​​The Personality Trait Theory of Leadership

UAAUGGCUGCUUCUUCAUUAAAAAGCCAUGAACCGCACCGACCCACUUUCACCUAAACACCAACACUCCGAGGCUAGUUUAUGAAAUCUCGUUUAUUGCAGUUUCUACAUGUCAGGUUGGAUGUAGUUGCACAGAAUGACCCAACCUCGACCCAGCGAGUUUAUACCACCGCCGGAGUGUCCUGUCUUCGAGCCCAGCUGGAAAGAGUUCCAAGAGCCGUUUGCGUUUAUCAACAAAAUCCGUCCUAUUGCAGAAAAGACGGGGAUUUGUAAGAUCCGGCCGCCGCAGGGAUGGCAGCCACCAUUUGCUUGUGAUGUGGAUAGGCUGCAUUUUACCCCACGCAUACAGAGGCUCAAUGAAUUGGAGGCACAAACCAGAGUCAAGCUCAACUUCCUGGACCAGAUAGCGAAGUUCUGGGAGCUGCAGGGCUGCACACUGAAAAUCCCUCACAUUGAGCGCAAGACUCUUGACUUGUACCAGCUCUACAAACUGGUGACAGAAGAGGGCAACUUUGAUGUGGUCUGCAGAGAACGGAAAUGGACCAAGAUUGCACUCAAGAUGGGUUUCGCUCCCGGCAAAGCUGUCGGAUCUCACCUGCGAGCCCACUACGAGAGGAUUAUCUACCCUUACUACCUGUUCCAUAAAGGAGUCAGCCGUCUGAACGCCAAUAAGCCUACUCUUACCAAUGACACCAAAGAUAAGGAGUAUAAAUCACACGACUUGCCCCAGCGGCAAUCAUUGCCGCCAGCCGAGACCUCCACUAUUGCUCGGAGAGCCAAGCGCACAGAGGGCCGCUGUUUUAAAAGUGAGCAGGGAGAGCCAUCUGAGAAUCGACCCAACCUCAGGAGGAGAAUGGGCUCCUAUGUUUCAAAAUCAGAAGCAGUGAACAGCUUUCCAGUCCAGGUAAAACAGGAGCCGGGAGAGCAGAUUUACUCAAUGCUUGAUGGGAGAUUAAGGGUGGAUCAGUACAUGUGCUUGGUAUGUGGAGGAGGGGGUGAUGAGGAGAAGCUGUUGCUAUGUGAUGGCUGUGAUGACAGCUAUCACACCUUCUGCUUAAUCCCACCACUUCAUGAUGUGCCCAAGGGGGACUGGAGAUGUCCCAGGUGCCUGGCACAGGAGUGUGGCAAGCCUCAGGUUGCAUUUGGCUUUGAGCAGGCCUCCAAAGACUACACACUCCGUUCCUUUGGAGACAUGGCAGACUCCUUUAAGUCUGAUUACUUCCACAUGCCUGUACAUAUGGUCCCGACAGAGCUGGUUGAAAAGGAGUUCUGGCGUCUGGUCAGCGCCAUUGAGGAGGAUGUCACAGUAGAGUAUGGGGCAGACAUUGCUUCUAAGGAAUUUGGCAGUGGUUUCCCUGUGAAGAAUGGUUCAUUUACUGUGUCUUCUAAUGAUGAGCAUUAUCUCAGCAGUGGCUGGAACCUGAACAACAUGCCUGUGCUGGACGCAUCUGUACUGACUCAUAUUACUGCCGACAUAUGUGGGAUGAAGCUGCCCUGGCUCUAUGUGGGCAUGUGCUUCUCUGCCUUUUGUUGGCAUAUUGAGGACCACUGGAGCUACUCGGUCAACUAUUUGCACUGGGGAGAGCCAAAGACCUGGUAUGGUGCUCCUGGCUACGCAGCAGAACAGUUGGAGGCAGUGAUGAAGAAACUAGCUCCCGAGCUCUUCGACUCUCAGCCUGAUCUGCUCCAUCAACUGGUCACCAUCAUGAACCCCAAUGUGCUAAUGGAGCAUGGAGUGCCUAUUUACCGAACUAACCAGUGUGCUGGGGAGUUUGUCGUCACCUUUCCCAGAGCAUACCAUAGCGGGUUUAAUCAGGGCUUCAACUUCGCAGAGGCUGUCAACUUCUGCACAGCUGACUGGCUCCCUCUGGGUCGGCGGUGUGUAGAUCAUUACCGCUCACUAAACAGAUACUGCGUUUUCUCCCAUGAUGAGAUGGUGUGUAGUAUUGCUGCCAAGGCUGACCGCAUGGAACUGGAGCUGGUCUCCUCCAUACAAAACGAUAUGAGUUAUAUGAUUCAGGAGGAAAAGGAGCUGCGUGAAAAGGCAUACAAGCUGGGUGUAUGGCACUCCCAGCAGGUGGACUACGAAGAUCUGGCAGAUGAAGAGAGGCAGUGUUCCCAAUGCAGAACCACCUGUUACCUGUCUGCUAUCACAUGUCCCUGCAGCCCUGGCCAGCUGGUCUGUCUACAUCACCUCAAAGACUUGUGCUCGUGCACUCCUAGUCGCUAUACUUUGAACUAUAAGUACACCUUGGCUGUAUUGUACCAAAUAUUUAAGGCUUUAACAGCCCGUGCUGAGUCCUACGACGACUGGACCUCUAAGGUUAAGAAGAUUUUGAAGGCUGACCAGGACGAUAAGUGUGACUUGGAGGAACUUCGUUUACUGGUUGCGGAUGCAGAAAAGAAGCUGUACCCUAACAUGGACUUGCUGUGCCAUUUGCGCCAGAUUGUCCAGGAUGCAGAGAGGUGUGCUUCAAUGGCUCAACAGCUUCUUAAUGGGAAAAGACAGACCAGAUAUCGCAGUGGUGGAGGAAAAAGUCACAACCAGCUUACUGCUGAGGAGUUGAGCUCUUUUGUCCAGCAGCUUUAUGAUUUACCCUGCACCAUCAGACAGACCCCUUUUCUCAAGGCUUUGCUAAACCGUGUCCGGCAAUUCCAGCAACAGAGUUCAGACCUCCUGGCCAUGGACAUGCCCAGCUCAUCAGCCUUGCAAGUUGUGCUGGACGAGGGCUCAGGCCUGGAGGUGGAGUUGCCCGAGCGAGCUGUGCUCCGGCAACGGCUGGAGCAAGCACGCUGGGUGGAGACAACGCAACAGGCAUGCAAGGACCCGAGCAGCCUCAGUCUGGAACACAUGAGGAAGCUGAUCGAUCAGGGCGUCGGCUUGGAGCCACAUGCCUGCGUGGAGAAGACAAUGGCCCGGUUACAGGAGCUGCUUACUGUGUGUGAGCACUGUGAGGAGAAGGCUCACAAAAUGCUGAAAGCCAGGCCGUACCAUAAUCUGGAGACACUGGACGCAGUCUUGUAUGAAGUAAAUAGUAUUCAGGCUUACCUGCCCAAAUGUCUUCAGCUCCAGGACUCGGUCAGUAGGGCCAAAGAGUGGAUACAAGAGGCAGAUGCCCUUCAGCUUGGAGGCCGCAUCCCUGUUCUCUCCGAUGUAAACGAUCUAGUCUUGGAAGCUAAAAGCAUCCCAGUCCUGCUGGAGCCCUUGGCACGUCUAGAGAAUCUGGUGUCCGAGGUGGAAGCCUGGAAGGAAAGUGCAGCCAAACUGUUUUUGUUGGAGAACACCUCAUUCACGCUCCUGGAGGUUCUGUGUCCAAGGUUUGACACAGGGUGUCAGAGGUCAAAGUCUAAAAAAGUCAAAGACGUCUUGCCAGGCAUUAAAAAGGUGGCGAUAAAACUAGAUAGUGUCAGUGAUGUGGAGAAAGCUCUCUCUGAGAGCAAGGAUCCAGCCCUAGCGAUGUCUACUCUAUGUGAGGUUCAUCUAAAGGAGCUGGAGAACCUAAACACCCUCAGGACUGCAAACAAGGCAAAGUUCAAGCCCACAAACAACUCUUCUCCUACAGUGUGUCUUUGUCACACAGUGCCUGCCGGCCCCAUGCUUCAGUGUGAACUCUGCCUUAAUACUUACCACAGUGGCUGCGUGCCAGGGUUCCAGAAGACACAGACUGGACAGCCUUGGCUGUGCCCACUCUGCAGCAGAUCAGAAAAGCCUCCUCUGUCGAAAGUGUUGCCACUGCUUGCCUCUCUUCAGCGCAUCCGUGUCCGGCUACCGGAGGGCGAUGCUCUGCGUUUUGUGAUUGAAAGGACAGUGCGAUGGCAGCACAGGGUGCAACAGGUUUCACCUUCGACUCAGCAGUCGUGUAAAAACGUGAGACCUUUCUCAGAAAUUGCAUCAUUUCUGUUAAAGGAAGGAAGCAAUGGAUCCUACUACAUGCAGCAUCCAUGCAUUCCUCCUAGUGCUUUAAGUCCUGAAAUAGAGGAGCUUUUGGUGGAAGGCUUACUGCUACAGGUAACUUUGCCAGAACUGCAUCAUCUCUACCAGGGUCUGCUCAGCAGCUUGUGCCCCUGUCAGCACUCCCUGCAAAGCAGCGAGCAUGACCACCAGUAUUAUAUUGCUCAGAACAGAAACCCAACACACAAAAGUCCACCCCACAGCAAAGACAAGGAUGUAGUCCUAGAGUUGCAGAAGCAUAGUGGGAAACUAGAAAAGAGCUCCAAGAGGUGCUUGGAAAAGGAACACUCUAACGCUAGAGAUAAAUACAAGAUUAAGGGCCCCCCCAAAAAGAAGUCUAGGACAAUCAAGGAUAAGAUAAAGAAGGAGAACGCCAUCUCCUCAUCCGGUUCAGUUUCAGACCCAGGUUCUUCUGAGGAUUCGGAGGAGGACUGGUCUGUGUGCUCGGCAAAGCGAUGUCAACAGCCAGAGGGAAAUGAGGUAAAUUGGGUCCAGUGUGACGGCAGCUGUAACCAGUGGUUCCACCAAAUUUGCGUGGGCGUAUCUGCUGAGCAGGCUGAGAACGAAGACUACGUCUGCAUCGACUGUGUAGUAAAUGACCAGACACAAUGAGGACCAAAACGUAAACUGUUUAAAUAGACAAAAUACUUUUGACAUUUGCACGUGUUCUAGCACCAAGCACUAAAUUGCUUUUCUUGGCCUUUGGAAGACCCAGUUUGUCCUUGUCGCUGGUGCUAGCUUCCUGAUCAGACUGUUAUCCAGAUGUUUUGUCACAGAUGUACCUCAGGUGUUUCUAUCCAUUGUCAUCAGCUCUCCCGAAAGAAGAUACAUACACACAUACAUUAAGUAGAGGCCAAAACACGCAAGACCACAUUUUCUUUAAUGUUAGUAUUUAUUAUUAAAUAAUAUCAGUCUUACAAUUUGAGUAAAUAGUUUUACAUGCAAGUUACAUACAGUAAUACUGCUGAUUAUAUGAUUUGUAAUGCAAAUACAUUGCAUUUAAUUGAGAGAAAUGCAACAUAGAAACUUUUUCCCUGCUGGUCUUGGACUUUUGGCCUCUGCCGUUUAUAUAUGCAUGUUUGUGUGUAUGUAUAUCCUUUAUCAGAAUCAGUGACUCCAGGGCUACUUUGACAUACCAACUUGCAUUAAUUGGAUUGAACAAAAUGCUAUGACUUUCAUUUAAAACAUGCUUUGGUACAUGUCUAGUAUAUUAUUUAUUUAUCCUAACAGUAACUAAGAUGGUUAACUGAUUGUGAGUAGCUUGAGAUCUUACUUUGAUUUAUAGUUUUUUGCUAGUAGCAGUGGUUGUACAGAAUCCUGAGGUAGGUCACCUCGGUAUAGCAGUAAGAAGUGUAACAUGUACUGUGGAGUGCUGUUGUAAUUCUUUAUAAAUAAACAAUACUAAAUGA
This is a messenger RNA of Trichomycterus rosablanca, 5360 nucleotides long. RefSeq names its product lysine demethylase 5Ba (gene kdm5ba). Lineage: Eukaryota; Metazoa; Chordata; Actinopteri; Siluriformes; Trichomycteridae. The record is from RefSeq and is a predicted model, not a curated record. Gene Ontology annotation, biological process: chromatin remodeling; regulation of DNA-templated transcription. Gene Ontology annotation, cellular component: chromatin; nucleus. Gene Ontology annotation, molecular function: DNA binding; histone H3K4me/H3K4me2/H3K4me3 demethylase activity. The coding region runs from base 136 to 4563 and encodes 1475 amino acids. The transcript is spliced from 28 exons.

The gist: proponents of this approach believe that leaders possess a set of qualities that allow them to lead people. However, twentieth-century research calls this theory into question. There is a connection between certain personality traits and leadership positions, but it is impossible to form a universal set of characteristics. All leaders are different: some are extrovert, others introvert, some are calm and confident, and others emotionally unstable. Researchers try to create a definitive list of qualities that are attributed to leaders in scientific articles. Over time, these lists only grow—in recent reviews, the number of such qualities exceeds a hundred. Of course, there is no one who possesses all of these traits. Leadership as a set of personality traits is more of a combination of innate qualities and acquired skills. Some are born with slightly more, and some with slightly less. Therefore, the efforts that will have to be made to become a leader will be different for everyone. For example, a person cannot affect their own height. At the same time, studies show that the average height of a CEO is a couple of centimeters higher than in the population. Some researchers believe that we choose leaders like animals: the bigger the leader, the more willing the pack will follow him. Therefore, taller people will have an easier time achieving leadership positions.